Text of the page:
He smelled like soap, and sun-bleached linen, and still, under that, horses and hay. Like home. When he pulled back – their foreheads resting together so they could both catch their breath – he petted over her ribs and said, “Was L’Espoir even worse than usual tonight?” “Even worse: Mother wants me to marry him.” His head lifted with a jerk; his hands stilled. “Can you believe that?” She felt hysteria building, a hard knot of it at the base of her throat. “Can you believe she would even suggest such a thing?” His expression closed off. He wet his lips, and said, carefully, “I actually can, yeah.” The knot in her throat became a spiked ball, sharply painful. “What?” When she pushed him, he released her and stepped back. “You what?” “Lia, it makes sense–” “No! No, it makes no sense, because I can’t stand that damnable fop!” “Lia–” “Why would you defend this?” She threw up her hands, whirled, and stormed away, unable to look at his expression of quiet resign.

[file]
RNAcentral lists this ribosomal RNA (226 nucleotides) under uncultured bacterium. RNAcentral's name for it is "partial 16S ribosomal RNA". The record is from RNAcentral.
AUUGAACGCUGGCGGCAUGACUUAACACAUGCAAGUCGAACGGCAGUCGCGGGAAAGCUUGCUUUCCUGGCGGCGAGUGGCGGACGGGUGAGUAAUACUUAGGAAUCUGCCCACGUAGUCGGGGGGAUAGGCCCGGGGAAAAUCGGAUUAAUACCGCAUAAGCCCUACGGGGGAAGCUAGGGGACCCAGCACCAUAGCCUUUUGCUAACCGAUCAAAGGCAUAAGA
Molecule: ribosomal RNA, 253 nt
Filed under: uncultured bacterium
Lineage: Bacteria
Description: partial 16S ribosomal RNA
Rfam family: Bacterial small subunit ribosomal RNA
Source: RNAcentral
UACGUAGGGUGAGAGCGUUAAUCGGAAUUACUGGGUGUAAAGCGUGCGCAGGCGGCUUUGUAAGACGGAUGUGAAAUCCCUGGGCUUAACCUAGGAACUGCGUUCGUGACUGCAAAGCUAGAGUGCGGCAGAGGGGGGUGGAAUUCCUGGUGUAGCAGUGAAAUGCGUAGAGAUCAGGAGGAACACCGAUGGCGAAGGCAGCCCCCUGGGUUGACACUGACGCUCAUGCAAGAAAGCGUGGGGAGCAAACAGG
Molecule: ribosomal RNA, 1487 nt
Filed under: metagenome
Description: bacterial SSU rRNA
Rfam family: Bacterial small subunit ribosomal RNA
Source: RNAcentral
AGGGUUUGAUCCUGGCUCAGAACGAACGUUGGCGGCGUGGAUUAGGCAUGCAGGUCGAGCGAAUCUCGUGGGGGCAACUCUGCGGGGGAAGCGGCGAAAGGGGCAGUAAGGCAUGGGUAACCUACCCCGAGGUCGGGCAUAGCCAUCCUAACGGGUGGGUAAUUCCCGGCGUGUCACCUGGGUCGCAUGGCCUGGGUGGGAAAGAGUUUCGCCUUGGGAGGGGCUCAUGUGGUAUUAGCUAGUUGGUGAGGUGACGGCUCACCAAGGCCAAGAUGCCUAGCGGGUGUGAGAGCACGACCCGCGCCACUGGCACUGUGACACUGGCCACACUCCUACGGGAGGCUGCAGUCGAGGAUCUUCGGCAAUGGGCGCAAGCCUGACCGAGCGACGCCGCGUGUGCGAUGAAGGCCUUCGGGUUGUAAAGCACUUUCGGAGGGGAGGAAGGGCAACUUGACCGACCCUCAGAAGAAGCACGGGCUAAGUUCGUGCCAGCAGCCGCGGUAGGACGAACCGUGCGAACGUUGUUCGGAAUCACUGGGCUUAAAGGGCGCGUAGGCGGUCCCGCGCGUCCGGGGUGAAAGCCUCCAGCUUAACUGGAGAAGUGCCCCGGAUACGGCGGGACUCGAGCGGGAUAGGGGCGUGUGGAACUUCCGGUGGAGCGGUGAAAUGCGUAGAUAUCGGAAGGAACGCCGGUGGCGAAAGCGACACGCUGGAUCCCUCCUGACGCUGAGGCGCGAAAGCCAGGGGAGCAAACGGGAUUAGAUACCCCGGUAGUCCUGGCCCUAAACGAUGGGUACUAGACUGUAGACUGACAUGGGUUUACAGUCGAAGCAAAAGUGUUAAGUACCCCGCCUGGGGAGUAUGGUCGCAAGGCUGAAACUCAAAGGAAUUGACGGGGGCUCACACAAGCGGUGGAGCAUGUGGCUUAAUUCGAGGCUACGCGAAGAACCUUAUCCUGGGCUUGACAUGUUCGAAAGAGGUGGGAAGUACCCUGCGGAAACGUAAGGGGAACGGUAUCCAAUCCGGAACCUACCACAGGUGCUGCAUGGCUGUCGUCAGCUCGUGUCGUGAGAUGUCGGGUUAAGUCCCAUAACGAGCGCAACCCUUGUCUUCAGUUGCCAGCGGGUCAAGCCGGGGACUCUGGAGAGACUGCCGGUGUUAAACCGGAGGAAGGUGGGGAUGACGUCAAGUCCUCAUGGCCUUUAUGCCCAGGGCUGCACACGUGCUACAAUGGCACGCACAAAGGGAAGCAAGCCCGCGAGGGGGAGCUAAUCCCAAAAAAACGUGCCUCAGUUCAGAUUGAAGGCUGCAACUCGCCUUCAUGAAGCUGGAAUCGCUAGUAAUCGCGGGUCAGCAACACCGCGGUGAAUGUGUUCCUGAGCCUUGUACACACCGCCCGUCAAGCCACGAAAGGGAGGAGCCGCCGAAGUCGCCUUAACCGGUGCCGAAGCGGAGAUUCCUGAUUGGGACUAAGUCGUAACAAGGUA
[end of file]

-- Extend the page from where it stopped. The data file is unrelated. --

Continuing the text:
He was her best friend – he was supposed to agree with her, damn it. She stood in front of the window, hands on her hips, pulse pounding, trying to catch her breath. She felt as if she’d been sprinting. Behind her. Malcolm sighed. His booted footfalls padded across the rug, and she heard the faint shakiness of his next inhale; felt the warmth of the exhale on the back of her neck. She was trembling – with so many emotions – but she didn’t try to bat him away when he slowly, deliberately wrapped both arms around her waist and snugged up against her back. Angry as she was, she leaned back against him. Moments like these were too rare and precious to waste.